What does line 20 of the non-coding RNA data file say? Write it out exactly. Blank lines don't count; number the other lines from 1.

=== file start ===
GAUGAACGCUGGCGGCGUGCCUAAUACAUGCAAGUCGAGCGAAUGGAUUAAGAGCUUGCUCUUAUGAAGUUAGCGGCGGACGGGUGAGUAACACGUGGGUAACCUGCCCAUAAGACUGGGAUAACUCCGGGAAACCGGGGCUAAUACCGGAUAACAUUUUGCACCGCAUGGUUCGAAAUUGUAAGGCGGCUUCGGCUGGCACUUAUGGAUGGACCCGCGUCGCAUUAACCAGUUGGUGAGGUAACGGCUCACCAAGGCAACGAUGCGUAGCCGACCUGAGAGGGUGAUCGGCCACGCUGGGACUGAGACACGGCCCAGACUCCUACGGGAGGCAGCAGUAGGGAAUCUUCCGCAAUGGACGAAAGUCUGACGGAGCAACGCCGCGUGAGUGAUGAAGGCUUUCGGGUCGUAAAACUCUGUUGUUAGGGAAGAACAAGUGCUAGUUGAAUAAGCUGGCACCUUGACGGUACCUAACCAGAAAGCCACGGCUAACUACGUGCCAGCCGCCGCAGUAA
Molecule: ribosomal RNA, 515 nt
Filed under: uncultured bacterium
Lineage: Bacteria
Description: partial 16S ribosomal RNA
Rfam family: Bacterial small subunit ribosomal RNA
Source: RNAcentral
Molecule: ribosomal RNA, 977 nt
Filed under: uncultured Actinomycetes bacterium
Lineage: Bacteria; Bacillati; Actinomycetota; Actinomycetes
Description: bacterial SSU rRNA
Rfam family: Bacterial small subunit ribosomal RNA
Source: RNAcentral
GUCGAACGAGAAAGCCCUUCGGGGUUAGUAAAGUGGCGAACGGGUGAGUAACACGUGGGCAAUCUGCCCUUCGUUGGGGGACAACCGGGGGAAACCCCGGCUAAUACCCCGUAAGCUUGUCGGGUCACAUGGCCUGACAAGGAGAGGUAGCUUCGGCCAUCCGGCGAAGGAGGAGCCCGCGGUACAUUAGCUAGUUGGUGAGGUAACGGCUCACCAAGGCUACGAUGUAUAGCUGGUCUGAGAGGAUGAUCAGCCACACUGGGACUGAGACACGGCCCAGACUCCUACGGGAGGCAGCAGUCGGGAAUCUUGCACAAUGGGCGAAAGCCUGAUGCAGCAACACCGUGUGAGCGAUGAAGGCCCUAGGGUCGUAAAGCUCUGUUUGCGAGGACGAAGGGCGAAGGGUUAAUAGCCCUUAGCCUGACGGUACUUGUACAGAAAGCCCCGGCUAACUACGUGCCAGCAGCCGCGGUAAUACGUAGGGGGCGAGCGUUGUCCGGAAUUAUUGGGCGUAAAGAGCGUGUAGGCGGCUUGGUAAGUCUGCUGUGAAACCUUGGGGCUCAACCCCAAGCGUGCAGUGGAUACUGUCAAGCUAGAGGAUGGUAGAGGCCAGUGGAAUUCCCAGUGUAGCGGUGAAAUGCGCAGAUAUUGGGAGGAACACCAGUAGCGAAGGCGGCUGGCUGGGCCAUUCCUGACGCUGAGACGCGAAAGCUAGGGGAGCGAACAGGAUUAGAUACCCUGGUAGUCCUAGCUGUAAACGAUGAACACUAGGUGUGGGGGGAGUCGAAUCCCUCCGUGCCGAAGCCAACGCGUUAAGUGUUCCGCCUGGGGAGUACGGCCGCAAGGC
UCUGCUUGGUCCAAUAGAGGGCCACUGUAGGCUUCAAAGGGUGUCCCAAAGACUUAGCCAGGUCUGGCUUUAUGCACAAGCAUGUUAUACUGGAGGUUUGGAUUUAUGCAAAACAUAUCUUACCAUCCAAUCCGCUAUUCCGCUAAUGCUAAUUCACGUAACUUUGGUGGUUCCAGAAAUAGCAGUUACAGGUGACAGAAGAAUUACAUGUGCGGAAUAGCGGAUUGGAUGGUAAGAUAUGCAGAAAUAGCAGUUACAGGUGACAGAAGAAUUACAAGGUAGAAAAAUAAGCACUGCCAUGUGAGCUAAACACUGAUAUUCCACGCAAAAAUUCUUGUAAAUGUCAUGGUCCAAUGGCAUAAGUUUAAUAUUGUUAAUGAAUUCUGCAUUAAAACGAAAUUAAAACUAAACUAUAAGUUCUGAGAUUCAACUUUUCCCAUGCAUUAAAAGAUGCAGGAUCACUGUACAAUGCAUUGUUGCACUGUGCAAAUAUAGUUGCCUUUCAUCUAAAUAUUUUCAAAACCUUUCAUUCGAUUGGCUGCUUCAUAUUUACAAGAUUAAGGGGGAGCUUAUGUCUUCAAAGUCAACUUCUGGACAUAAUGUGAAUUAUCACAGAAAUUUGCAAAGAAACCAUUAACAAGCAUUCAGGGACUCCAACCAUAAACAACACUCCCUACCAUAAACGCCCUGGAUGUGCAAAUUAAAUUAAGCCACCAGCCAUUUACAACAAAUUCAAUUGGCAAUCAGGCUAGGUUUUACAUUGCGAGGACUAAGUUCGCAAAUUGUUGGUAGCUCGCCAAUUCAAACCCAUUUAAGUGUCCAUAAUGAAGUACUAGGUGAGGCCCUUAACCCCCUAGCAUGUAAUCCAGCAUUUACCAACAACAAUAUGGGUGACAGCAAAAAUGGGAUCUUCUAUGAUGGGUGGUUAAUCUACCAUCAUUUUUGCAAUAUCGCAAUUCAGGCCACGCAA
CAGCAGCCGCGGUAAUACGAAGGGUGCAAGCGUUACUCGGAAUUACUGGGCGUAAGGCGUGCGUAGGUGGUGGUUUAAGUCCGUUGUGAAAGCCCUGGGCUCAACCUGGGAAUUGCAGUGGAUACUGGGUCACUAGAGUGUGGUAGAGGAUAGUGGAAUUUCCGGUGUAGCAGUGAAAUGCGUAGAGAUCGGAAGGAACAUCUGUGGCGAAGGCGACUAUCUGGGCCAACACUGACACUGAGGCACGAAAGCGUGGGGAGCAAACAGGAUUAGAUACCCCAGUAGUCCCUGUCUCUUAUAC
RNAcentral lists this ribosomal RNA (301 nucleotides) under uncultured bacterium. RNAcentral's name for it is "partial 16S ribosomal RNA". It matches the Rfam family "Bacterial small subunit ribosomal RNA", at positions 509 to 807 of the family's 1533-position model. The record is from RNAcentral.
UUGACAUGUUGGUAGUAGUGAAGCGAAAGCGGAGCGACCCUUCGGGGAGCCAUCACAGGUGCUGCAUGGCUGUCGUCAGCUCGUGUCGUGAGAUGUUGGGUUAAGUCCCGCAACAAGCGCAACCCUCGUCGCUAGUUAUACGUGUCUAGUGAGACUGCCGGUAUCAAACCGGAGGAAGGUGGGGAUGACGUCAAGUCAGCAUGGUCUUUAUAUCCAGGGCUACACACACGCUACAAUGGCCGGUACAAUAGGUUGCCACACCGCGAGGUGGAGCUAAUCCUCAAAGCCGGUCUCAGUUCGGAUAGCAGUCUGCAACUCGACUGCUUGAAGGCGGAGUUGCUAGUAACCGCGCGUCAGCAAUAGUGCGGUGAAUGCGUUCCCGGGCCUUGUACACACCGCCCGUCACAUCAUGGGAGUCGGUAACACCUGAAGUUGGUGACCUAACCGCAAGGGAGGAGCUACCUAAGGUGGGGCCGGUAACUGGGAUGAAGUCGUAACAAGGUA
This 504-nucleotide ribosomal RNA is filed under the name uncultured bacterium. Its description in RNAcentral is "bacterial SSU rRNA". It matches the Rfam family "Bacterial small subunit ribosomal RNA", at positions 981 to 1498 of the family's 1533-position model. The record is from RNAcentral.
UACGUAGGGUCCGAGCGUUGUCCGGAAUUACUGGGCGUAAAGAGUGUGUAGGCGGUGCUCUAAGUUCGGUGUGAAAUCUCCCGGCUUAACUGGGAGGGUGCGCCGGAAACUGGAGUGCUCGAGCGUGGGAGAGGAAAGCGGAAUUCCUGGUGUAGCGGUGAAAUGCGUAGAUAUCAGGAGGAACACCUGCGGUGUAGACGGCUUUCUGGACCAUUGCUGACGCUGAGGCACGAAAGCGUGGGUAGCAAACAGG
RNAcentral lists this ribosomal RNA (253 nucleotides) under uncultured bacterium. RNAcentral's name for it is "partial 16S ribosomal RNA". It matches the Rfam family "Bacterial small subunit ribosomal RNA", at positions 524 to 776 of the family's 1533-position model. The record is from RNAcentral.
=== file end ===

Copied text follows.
UACGUAGGGUCCGAGCGUUGUCCGGAAUUACUGGGCGUAAAGAGUGUGUAGGCGGUGCUCUAAGUUCGGUGUGAAAUCUCCCGGCUUAACUGGGAGGGUGCGCCGGAAACUGGAGUGCUCGAGCGUGGGAGAGGAAAGCGGAAUUCCUGGUGUAGCGGUGAAAUGCGUAGAUAUCAGGAGGAACACCUGCGGUGUAGACGGCUUUCUGGACCAUUGCUGACGCUGAGGCACGAAAGCGUGGGUAGCAAACAGG